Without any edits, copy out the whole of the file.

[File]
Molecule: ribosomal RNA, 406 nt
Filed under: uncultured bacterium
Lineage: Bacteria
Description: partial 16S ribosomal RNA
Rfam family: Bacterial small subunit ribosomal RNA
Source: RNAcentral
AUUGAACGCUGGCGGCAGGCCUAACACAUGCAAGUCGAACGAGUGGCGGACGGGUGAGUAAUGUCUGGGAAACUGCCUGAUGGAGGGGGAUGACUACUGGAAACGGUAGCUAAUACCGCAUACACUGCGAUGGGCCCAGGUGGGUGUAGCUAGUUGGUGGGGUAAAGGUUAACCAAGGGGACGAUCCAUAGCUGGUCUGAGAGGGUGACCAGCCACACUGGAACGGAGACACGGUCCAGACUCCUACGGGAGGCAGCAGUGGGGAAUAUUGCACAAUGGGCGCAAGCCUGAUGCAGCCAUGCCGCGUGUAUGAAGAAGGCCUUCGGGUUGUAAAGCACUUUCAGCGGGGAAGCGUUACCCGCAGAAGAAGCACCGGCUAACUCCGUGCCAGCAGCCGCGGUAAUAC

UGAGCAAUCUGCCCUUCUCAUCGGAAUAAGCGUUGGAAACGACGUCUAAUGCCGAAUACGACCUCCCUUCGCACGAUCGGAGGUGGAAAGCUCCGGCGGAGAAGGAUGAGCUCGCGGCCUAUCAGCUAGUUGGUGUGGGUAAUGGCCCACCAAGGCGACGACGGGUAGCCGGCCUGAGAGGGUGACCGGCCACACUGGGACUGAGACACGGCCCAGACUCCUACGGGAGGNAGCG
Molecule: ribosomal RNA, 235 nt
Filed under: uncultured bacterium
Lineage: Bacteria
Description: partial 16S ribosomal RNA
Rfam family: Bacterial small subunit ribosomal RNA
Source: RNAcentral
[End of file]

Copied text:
Molecule: ribosomal RNA, 406 nt
Filed under: uncultured bacterium
Lineage: Bacteria
Description: partial 16S ribosomal RNA
Rfam family: Bacterial small subunit ribosomal RNA
Source: RNAcentral
AUUGAACGCUGGCGGCAGGCCUAACACAUGCAAGUCGAACGAGUGGCGGACGGGUGAGUAAUGUCUGGGAAACUGCCUGAUGGAGGGGGAUGACUACUGGAAACGGUAGCUAAUACCGCAUACACUGCGAUGGGCCCAGGUGGGUGUAGCUAGUUGGUGGGGUAAAGGUUAACCAAGGGGACGAUCCAUAGCUGGUCUGAGAGGGUGACCAGCCACACUGGAACGGAGACACGGUCCAGACUCCUACGGGAGGCAGCAGUGGGGAAUAUUGCACAAUGGGCGCAAGCCUGAUGCAGCCAUGCCGCGUGUAUGAAGAAGGCCUUCGGGUUGUAAAGCACUUUCAGCGGGGAAGCGUUACCCGCAGAAGAAGCACCGGCUAACUCCGUGCCAGCAGCCGCGGUAAUAC

UGAGCAAUCUGCCCUUCUCAUCGGAAUAAGCGUUGGAAACGACGUCUAAUGCCGAAUACGACCUCCCUUCGCACGAUCGGAGGUGGAAAGCUCCGGCGGAGAAGGAUGAGCUCGCGGCCUAUCAGCUAGUUGGUGUGGGUAAUGGCCCACCAAGGCGACGACGGGUAGCCGGCCUGAGAGGGUGACCGGCCACACUGGGACUGAGACACGGCCCAGACUCCUACGGGAGGNAGCG
Molecule: ribosomal RNA, 235 nt
Filed under: uncultured bacterium
Lineage: Bacteria
Description: partial 16S ribosomal RNA
Rfam family: Bacterial small subunit ribosomal RNA
Source: RNAcentral